Cost Doubles on High-Speed Rail

California’s Proposition 1A, passed with 52.7% of the vote statewide in 2008, promised a high-speed rail line running from San Diego to Sacramento would be built at a cost of about $40 billion, using state-issued bonds and federal money for the construction.

Today, cost estimates from the California High-Speed Rail Authority have more than doubled, to between $98 billion and $118 billion – even the lower estimate would make the project the most expensive railroad in history. Projected fares have also increased substantially, voters were originally told a one-way ticket between Los Angeles and San Francisco on a 200 MPH bullet train would cost about $55 for the 2 ½ hour trip. The Rail Authority now plans to peg the price of a trip to about 83% of that of a comparable airline ticket, resulting in a fare of about $105.

Because of the massive cost overrun, Assemblywoman Shannon Grove of Bakersfield and state Senator Doug LaMalfa of Richvale have said they will co-author a bill giving California voters a chance to rethink the project, given the massive cost overrun and the potential that the federal dollars originally in the mix may not be available given budgetary concerns on a national level.

If the railway is built, construction is set to begin late next year on the first 65 mile stretch of track, running from the town of Cocoran north to Borden in the Central Valley, passing through Fresno. The route has been dubbed “the line to nowhere” by critics. The main line, running from Los Angeles to San Francisco, is projected to be completed by 2020, with a northern extension to Sacramento and a southern one to San Diego in place by 2026. Some experts have said it could be 2030 before the full project is online.


This blavk hole for money needs to be canned, the sooner the better.

The cost benefits ratio is so off it is ridiculous.

A prototype of the new state-of-the-art rail cars is shown here. Looks good to me, although I will NOT wear one of those drab suits. [photo courtesy Los Angeles Times]

I'm with SurfPuppy. What a boondoggle. I can't wait to put this lame dog down at the voter's booth.

As is, it's essentially fraud. We voted for $40 billion and $55 tickets, now we've got $100 billion and $108 tickets. I'm sorry, that's not what the voters approved.

Just another cover for the Giant SUCKING Sound . . .

The Big Bottom looms . . .

New Jersey's governor stepped up and killed a train/subway project into New York not so long ago. It's too bad our govenor doesn't have the balls to do the same to this.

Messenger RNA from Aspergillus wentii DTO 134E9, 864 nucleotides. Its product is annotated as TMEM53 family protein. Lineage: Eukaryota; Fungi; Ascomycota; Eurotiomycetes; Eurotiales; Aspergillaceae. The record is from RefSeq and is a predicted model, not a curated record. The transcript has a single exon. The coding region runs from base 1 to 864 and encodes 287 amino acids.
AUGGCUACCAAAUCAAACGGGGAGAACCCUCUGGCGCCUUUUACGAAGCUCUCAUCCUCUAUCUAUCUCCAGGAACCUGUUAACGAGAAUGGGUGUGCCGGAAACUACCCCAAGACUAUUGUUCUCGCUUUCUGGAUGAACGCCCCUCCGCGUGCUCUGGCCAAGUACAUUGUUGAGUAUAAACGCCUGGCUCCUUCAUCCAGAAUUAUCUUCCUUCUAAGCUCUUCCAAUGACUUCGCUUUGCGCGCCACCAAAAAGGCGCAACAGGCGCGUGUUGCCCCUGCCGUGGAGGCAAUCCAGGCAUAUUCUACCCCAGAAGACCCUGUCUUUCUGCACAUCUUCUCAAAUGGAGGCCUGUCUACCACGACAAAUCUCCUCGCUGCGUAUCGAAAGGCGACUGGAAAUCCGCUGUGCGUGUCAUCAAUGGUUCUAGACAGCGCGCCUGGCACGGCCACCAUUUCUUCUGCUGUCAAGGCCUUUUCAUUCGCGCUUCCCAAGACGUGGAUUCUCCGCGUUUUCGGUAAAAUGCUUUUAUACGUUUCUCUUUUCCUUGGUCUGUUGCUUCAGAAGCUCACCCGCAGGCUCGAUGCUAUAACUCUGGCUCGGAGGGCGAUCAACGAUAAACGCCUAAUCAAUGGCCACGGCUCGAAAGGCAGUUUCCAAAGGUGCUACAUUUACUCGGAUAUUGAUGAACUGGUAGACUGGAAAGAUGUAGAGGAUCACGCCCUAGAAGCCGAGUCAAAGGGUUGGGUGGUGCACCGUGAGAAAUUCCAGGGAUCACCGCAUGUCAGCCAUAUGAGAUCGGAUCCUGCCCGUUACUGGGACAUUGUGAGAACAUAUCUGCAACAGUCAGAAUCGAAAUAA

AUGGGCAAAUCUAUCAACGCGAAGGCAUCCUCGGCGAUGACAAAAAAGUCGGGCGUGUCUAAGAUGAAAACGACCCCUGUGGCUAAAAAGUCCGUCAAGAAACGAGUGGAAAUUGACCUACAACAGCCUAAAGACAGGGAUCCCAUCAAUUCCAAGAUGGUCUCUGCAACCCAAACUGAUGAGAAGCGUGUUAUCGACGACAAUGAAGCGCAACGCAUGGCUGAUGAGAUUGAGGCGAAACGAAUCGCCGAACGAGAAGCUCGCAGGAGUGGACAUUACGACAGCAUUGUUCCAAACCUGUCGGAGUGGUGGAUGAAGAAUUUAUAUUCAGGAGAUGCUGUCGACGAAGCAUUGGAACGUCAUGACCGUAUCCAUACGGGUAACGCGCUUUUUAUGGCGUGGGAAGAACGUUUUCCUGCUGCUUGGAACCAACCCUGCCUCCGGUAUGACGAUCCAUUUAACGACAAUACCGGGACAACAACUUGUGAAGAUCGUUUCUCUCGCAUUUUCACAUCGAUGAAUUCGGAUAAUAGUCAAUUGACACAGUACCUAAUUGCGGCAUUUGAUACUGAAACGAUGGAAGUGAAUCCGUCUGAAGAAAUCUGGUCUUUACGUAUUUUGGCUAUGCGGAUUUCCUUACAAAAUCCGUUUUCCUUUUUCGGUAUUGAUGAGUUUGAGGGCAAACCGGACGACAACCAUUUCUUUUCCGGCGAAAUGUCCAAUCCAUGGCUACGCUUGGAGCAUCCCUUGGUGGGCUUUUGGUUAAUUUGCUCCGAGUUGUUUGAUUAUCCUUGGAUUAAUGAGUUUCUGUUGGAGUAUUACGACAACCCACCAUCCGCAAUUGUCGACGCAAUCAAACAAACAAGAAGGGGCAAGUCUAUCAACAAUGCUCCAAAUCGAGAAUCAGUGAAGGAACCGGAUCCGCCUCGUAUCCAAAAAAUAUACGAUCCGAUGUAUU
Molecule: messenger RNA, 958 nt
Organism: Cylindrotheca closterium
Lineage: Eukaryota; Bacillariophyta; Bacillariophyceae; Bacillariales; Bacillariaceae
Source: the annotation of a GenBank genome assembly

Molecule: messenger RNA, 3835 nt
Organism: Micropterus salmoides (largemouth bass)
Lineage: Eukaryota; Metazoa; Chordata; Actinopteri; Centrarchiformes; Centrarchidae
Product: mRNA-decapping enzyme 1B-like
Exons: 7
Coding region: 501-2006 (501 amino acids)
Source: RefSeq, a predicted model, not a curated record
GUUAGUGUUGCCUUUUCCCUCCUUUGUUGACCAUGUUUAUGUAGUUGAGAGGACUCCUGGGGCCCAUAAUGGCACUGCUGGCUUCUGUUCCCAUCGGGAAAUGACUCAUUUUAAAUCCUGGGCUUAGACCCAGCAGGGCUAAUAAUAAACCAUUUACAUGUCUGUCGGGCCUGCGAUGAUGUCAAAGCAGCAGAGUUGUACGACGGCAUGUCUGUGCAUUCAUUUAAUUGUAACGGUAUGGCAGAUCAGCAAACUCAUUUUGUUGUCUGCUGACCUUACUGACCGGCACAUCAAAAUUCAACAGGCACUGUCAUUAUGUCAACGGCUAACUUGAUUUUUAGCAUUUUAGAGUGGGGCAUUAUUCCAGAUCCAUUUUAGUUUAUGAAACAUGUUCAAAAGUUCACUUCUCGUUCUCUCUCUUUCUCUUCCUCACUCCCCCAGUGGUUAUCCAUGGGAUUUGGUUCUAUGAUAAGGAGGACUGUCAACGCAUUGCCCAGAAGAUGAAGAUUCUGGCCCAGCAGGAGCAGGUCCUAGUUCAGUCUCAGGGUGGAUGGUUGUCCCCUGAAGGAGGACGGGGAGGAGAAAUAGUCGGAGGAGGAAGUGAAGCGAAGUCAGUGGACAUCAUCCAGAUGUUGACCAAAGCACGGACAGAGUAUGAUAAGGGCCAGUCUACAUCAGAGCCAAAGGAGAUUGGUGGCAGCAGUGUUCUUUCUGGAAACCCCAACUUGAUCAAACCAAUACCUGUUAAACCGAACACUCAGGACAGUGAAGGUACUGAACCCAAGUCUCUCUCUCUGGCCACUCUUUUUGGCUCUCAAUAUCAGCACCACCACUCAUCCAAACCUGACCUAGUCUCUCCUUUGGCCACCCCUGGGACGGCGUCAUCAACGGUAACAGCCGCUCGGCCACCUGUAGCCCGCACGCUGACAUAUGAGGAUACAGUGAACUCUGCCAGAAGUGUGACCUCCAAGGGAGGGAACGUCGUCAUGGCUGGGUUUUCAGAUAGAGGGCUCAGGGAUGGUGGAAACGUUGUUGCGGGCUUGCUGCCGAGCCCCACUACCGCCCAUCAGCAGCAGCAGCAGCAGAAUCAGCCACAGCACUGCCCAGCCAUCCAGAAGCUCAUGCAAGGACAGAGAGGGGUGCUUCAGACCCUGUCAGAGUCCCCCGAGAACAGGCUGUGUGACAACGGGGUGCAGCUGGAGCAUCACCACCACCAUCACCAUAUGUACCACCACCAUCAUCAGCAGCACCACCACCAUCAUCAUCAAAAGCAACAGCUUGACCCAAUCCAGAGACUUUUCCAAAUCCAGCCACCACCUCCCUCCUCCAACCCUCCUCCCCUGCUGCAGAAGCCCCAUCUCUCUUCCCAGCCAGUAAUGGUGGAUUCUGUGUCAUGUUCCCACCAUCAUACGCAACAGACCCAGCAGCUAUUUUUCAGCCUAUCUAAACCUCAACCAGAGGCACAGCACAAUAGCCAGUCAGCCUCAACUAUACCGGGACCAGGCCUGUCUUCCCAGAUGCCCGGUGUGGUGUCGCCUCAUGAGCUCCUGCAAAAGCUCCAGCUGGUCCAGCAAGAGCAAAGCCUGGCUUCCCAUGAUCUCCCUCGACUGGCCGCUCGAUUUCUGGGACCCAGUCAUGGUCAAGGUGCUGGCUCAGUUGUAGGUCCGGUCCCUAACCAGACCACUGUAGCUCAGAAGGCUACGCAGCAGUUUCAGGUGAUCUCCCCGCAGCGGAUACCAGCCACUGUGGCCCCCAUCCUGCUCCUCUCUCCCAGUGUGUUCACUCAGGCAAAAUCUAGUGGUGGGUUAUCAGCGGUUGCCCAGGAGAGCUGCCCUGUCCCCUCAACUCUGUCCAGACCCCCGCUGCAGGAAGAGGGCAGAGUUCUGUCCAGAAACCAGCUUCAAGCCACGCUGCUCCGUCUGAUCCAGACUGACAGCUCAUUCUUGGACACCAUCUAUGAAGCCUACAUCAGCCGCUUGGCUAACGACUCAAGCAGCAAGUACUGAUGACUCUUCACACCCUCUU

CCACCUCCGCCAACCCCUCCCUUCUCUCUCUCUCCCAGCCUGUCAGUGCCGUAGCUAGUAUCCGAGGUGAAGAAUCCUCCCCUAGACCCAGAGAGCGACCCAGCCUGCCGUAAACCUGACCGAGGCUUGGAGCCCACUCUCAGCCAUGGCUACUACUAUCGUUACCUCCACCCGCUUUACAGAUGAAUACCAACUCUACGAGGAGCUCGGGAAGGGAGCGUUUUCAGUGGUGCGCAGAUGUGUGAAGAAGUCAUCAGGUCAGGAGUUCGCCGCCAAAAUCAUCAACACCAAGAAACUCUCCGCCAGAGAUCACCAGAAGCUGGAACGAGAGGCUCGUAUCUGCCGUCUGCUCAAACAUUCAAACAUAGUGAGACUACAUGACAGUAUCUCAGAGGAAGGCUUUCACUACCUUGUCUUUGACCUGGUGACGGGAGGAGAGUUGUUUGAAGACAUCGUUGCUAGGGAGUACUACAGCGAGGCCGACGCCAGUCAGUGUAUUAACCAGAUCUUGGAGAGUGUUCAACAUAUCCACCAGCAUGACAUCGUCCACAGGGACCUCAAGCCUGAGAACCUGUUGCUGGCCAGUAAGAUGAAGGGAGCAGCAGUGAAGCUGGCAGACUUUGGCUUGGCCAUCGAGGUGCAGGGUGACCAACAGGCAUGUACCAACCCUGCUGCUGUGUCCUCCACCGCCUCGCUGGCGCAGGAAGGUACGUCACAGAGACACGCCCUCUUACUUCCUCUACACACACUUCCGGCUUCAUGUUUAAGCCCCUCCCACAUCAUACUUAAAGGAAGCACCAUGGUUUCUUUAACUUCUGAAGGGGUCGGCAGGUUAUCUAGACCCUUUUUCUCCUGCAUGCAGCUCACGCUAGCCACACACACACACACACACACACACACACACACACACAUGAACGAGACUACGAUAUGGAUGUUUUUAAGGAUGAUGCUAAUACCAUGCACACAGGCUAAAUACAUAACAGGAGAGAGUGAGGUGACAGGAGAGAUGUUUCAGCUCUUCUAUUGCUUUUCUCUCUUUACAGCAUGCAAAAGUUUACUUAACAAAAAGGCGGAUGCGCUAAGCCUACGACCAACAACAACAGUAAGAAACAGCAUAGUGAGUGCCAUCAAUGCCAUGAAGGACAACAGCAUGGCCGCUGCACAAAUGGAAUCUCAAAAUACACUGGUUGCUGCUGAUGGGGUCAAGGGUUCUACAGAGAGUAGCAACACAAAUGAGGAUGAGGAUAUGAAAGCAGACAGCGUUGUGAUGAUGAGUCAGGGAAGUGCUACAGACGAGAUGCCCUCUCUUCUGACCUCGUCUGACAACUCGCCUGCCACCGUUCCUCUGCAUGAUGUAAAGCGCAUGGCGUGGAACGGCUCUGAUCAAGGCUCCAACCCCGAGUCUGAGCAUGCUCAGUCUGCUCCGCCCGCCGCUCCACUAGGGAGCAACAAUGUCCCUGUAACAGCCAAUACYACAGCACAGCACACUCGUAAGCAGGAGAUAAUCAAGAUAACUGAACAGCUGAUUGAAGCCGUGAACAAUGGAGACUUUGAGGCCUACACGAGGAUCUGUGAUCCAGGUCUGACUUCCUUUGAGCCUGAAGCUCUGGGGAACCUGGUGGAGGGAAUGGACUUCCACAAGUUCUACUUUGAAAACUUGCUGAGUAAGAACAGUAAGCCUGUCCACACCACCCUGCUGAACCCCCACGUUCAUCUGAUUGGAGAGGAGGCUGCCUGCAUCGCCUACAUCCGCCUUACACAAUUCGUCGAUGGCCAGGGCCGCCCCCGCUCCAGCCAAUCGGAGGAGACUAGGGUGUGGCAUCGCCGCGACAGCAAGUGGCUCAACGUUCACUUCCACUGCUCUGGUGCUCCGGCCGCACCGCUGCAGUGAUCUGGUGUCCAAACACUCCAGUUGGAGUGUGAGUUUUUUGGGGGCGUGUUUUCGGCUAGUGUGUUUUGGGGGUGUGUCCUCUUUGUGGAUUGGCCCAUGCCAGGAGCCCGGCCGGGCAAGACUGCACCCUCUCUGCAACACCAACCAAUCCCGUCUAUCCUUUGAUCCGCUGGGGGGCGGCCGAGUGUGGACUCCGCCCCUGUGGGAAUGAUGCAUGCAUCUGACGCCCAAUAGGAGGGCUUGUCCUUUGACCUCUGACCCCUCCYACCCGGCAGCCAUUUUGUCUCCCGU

This article is in error. The line from SF to LA is now projected to be complete in 2033, not 2020, at a cost of between 98 and 118 Billion dollars. The Rail Authority's just released new business plan makes no projections about when lines will be completed to Sacramento and San Diego. Nor does it speculate on the cost of these additional lines.

This sort of high-speed rail transport is the mode of the future for densely populated areas (such as California). The route, as planned, would represent a vastly superior way of traveling from, say, Los Angeles to San Francisco. No trip to the airport, no airport security (Hooray!), no arriving far ahead of departure. So, it is a worthy project.

But everything government does is "worthy", and if we tried to do all the things proposed, government would sop up every bit of economic output, leaving nothing for us to live on. If, and this is a huge "if", we had our finances in good order, projects like this could be considered. Today neither the state nor federal government is capable of pulling this off without expensive, risky borrowing. When people say that having a financial mess hurts, they have it right. There are many things we "should" have that are now unaffordable.

That $55 fare quoted is just about the fare today on Amtrak's San Joaquin train. From San Diego to Sacramento, it involves a train to bus to train route, and takes just about all day. The speed and convenience that it could provide would be worth $100 or more, and the fare would not stand in the way of ridership. There are now competing airline fares that beat that number, but don't count on getting one on short notice just because you want to go.

Let's revisit the idea in five years, and at five year intervals thereafter. The idea will not go away, neither will it suffer from waiting.

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